The Dark Side of the Boom: Oil Is Doing Great Things for Some in Texas, but Not for Everyone
It was like landing on the moon. The thought ricocheted through Joleena Malugani's mind as she took in the vast, dusty expanse of the corner of West Texas claimed by Midland and Odessa. Malugani was fresh out of college when she came across an Ector County Independent School District booth at a job fair in Oregon. The recruiter mentioned there was an oil boom going on in the area and the district needed teachers. Malugani was in a state with one of the worst unemployment rates in the country, her student loans would soon be due and she needed a job.
Raised on the West Coast, she'd never been to Texas. It would be an adventure, she thought. In August 2012 she lined up an apartment, packed what she could fit in her car and drove more than 1,600 miles for a teaching job in the middle of West Texas. The blazing lights of oil rigs and the guttering flames of natural-gas flares blotted out the stars long before she pulled into town.
Odessa, Texas, sits on top of the Permian Basin, an oil-rich region 250 miles wide and 300 miles long that stretches across West Texas and up into New Mexico. Odessa and its sister city, Midland, went from being wide spots in the road to actual towns when oil was discovered almost a century ago. The wells came in big, and Permian production was the highest in the country for decades.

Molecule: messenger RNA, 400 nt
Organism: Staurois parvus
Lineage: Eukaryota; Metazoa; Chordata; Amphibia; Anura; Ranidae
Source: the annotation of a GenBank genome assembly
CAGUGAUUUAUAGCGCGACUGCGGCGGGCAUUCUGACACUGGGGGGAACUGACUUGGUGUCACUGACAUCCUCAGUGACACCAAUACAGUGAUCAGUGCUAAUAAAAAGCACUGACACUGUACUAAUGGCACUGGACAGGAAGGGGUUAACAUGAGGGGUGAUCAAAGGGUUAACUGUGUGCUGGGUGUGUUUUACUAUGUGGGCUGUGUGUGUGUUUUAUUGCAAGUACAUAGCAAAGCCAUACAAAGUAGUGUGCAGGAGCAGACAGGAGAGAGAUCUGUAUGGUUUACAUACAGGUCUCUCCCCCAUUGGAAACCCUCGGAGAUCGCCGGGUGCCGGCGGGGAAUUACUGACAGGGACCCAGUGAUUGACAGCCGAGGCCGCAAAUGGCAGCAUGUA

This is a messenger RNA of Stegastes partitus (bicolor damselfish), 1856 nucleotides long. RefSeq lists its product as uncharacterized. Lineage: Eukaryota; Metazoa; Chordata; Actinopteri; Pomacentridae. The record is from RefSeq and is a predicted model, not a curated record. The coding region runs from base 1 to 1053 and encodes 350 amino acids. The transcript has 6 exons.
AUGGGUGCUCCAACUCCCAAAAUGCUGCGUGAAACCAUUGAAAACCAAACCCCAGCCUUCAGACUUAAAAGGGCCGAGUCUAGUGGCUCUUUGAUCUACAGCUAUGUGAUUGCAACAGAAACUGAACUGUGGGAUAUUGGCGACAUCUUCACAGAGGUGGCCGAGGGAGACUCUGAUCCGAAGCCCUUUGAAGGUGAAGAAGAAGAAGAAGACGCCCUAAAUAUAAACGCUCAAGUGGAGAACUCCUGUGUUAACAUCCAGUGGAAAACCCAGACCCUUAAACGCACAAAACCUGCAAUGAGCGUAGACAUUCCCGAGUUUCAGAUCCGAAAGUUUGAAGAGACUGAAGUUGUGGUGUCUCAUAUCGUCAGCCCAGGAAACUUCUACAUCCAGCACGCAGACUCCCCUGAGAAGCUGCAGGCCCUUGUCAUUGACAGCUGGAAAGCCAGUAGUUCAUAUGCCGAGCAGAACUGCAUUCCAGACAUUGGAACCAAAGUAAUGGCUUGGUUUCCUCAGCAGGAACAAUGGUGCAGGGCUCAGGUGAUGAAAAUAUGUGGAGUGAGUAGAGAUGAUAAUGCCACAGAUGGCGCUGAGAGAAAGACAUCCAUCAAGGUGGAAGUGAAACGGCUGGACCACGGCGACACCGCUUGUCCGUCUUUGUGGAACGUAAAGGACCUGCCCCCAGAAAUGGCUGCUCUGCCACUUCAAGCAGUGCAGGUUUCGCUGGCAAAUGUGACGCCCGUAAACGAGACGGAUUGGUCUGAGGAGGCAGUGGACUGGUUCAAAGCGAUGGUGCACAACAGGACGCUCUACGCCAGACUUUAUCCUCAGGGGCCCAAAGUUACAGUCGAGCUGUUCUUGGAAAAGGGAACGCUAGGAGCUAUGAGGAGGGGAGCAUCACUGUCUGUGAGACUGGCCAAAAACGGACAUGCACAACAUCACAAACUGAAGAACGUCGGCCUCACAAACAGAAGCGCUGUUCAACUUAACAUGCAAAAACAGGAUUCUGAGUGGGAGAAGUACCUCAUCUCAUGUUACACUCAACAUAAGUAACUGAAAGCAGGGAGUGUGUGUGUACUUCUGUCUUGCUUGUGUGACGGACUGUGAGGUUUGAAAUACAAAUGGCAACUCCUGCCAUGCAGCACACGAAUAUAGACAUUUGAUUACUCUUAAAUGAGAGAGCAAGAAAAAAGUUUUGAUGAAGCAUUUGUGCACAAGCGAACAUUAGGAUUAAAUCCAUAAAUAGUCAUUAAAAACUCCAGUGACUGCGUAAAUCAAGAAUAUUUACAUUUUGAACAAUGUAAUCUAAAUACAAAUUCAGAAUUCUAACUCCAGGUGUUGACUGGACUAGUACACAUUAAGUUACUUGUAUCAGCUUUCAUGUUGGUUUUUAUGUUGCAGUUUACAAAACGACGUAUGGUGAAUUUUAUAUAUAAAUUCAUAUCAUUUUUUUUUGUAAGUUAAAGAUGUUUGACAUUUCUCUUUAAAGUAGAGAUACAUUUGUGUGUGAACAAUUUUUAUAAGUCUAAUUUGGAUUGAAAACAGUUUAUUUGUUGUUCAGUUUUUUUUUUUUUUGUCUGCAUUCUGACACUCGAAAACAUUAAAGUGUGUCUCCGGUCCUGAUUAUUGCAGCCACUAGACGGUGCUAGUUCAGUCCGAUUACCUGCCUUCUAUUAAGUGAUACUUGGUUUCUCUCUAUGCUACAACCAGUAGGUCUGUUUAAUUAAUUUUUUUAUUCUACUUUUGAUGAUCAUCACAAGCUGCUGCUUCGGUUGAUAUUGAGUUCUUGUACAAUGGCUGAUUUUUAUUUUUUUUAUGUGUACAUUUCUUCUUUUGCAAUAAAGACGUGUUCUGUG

In recent years, common wisdom held that the Permian Basin's best days were behind it, along with most of Texas oil. That was before the shale boom erupted. Fracking in the Barnett in north Texas, the Eagle Ford in south Texas, and the Wolfcamp and Spraberry shale formations in the Permian Basin led to an energy renaissance. Now more than half the rigs in the country are in Texas, and 563 of those -- more than half the rigs in the state -- are in the Permian, according to the Baker Hughes rig count. For places like Midland and Odessa, built on oil, dependent on oil and obsessed with the stuff, this was the boom they'd been praying for since the big bust in the 1980s.
But there's always a price. With prosperity comes inflation. Rental costs have soared along with the larger paychecks for some and the billions of dollars invested by oil companies. Odessa is the second-fastest-growing metro area in the country, and Midland is third, according to a U.S. Census Bureau population study. People have been flocking to the region, drawn by the promise of wealth and plenty amid one of the biggest oil booms in memory. Some are finding the modern-day American dream of overnight affluence, but the promise of oil doesn't always pan out. More people means more competition for jobs and places to live and increasing pressure on decaying local infrastructure.
The definition of "American middle class" has always been vague, but it has become increasingly difficult to remain a part of that class on top of the Permian Basin if you aren't in the oil industry. People grasping the bottom rungs of the middle class have found themselves slipping, unable to keep hold.